SwitchDesign - Draft Draft Draft Designing Computer Systems...

Info iconThis preview shows pages 1–5. Sign up to view the full content.

View Full Document Right Arrow Icon
Draft Draft Draft Designing Computer Systems Switches and Wire 01:30:08 PM 6 February 2010 SW-1 © Scott & Linda Wills
Background image of page 1

Info iconThis preview has intentionally blurred sections. Sign up to view the full version.

View Full DocumentRight Arrow Icon
Draft Draft Draft Designing Computer Systems Switches and Wire Despite their apparent complexity, digital computers are built from simple elements, namely switches and wire . To see how switches and wire can perform computations, consider the circuit below. The battery on the left is connected to the bulb on the right through the switch labeled A . A The battery will light the bulb if there is a complete path for current to flow from one side of the battery to the other. If the switch is open, no current can flow so the light is off. If the switch is closed, current flows and the light is on. The behavior of this simple circuit can be expressed using a table. switch light open off closed on This type of table has been given the lofty name Truth Table . A more meaningful name would be behavior table since it describes the behavior of the circuit. Truth tables list all possible inputs to a system on the left and resulting outputs on the right. A truth table specifies how a system should behave. It does not specify how it should be implemented; this can be done in many ways. Sometimes an icon is used to show connected nodes without drawing a wire. In the circuit below, the triangular symbols below the battery and bulb represent ground . We can imagine that all points attached to ground icons are connected together. So this circuit behaves identically to the circuit above. 01:30:08 PM 6 February 2010 SW-2 © Scott & Linda Wills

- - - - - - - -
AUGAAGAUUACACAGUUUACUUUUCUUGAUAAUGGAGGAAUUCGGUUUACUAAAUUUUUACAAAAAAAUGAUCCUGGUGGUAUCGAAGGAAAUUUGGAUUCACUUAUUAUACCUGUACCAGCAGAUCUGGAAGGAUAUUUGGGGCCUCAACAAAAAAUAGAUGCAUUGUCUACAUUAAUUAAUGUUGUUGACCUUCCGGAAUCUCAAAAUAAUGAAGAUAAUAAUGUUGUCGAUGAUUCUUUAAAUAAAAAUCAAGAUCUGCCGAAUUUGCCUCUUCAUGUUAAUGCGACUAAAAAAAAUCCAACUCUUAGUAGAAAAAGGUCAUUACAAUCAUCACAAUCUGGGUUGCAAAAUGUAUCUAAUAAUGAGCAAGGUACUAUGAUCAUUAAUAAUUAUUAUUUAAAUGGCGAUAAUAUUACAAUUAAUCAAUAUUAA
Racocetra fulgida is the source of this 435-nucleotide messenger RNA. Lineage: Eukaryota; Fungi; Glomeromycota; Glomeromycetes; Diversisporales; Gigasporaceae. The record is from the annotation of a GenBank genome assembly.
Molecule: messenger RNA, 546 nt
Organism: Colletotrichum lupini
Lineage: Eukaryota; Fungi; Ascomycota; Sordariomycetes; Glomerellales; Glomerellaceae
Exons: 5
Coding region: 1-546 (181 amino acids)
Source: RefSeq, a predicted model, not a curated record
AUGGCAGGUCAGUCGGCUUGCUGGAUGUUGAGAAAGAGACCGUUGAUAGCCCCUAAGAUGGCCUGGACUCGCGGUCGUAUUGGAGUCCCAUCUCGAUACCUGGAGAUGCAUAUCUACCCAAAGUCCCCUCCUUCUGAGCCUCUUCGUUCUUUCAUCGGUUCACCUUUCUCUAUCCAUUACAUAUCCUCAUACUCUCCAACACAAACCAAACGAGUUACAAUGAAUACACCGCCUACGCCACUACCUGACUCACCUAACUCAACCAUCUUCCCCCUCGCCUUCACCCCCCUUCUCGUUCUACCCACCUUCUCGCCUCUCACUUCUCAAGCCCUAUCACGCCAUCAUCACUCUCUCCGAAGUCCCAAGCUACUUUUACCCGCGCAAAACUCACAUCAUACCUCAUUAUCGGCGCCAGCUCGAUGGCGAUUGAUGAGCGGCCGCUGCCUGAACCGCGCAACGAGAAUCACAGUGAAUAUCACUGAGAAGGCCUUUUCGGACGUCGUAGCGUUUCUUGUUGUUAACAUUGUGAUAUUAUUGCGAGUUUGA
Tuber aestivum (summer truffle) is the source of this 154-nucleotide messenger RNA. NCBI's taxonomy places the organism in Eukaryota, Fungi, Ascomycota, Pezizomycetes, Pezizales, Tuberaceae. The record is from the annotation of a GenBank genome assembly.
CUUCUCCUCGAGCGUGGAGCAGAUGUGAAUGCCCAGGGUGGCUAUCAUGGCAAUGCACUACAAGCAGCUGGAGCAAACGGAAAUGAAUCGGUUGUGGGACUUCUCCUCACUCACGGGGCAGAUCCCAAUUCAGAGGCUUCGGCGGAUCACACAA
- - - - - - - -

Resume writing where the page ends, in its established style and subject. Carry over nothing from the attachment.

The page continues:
Background image of page 2
Draft Draft Draft A Here’s a system with two switches in series. A B Because each switch can be in one of two states (open or closed) and there are two switches, the truth table has four rows. It’s not so important how we list the input combinations so long as all cases are included exactly once. switch A switch B light open open off closed open off open closed off closed closed on In this circuit, the light is on when switch A is closed AND switch B is closed. This illustrates an important point; series switches produce AND behavior . Using words like open/closed and on/off to describe system behavior is verbose. We can assign the value 0 to an open switch and 1 to a closed switch. Further we can assign the value 0 to an off (dark) bulb and 1 to an on (lit) bulb. Sometimes we’ll refer to 1 as true and 0 as false . Now the truth table becomes more compact. A B Out 0 0 0 1 0 0 0 1 0 1 1 1 The next system has two switches in parallel. 01:30:08 PM 6 February 2010 SW-3 © Scott & Linda Wills
Background image of page 3

Info iconThis preview has intentionally blurred sections. Sign up to view the full version.

View Full DocumentRight Arrow Icon
Draft Draft Draft A B Here the output is true if switch A is closed OR switch B is closed. This illustrates another important point; parallel switches produce OR behavior . Here’s the truth table. A
Background image of page 4
Image of page 5
This is the end of the preview. Sign up to access the rest of the document.

This note was uploaded on 10/26/2011 for the course ECE 2030 taught by Professor Wolf during the Spring '07 term at Georgia Institute of Technology.

Page1 / 16

SwitchDesign - Draft Draft Draft Designing Computer Systems...

This preview shows document pages 1 - 5. Sign up to view the full document.

View Full Document Right Arrow Icon
Ask a homework question - tutors are online